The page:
Prospect Profile: Oshane Ximines Would Add Ferocity to Seahawks Pass Rush

The Seahawks need pass rushing help anywhere they can find it and Ximines could be an intriguing first-round option.

Seeking another feisty pass rusher to complement star defensive end Frank Clark, could the Seattle Seahawks turn to intriguing small-school prospect Oshane Ximines in the first round of the 2019 NFL Draft?

A relative unknown heading into the 2018 season, Ximines has quickly shot up draft boards with an impressive senior campaign for Old Dominion, finishing his collegiate career with 11.5 sacks and 18 tackles for loss. For the third straight season, he received All-Conference USA distinction and also was named to the All-Conference USA Academic team.


Few players in this draft class have been better at harassing opposing quarterbacks, as Ximines concluded his career with 33.0 sacks, second-most among active FBS players. Equipped with adequate size (6-foot-4, 255 pounds) for his position, he’s capable of beating blocks with power as well as finesse. Thanks to four years of extensive snaps with the Monarchs, he’s developed a polished array of counter moves, including his signature arm-over move.

Showing he could thrive against the best teams in the nation, Ximines played at his best in big games, recording seven tackles and two sacks in an upset win over 13th ranked Virginia Tech. His first sack came after he slipped past the opposing tackle with a quick arm-over move and nailed Josh Jackson in the backfield.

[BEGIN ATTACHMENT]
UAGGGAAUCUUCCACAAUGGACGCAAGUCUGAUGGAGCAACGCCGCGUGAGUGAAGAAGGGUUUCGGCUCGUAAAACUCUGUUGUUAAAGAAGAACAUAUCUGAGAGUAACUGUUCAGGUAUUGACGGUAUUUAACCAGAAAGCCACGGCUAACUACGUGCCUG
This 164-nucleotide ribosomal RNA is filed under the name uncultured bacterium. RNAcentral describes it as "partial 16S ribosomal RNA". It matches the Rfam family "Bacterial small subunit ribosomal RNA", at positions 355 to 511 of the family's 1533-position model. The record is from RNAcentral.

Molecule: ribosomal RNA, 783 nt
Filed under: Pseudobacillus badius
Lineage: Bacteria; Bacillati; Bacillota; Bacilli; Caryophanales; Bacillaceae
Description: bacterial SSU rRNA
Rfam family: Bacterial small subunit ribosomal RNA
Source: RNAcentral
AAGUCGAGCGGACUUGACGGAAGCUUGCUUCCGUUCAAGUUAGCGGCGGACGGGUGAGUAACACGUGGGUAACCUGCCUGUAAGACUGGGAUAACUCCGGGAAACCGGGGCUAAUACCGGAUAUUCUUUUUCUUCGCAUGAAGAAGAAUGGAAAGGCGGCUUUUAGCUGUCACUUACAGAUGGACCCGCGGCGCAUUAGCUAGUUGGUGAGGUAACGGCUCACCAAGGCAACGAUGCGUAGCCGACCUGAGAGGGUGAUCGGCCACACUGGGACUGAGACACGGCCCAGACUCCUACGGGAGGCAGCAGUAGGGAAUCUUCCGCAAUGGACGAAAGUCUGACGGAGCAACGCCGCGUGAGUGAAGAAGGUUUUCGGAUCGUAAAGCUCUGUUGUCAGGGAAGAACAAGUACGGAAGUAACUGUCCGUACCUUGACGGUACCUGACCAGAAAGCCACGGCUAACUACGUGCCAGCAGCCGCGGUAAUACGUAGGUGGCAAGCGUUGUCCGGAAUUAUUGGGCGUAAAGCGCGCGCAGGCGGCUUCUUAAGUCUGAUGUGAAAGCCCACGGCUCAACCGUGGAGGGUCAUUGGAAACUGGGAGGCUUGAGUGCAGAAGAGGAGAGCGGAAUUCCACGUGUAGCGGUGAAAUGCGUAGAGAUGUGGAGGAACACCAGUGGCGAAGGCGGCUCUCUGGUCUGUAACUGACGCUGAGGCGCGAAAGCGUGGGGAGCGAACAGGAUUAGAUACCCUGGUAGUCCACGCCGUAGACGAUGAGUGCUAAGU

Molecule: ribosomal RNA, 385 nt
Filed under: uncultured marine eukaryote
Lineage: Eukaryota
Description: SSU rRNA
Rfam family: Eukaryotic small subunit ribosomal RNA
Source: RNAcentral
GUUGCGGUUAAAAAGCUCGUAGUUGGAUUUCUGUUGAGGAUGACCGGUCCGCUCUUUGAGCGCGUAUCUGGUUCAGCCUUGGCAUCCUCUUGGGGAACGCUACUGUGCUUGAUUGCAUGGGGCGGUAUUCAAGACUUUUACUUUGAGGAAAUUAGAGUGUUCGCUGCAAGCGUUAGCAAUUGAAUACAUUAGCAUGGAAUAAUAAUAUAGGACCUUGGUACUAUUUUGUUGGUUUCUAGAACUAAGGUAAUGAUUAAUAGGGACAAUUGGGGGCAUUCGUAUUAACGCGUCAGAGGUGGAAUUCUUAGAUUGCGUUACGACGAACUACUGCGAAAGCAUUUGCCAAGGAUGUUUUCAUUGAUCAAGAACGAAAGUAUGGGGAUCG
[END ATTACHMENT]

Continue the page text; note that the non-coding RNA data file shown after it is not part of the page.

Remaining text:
Later in the same quarter, the Monarchs dialed up a stunt with Ximines shooting inside and the defensive tackle twisting behind him. After Jackson decided to tuck and run, he ran right into the star defender's arms for his second sack.

Aside from being a nightmare for quarterbacks, Ximines improved against the run during his final season with the Monarchs, improving his total tackle numbers from 44 to 58 in 2018. For the third straight season, he also forced three or more fumbles, showing a penchant for creating turnovers that should serve him well in the NFL.


It will be interesting to see how Ximines tests at the NFL Scouting Combine and/or his Pro Day. While he shows outstanding athleticism off the edge in spurts and made several nice tackles in pursuit last year, his jump off the snap has been inconsistent and sometimes he seems to lack burst out of his stance. Though he’s built well to play defensive end in the right scheme, he’s likely a bit too light to reduce inside as a pass rusher like he did at Old Dominion.

Ximines also has a tendency to lack discipline against the run, especially when serving as the conflict defender against read-option plays, and left a fair amount of tackles on the field last year. While he held up more effectively at the point of attack than previous seasons, he can still be overpowered in the trenches when defending against the run.

Where He Fits in Seattle

While auditioning at the Senior Bowl in Mobile, Ximines told ESPN reporter Nick Wagoner that he will be working the LEO defensive end spot for the South squad this week. Following the retirement of Cliff Avril, the Seahawks still need to find his long-term replacement at the LEO spot and the former Old Dominion star would fit the bill if the front office opts to use a first-round pick on him.

Though he’s still developing as an all-around defender and free agent options may seem more enticing, Ximines will enter April’s draft as one of the most accomplished pass rushers in this class and could create a dynamic one-two punch chasing down quarterbacks opposite of Clark.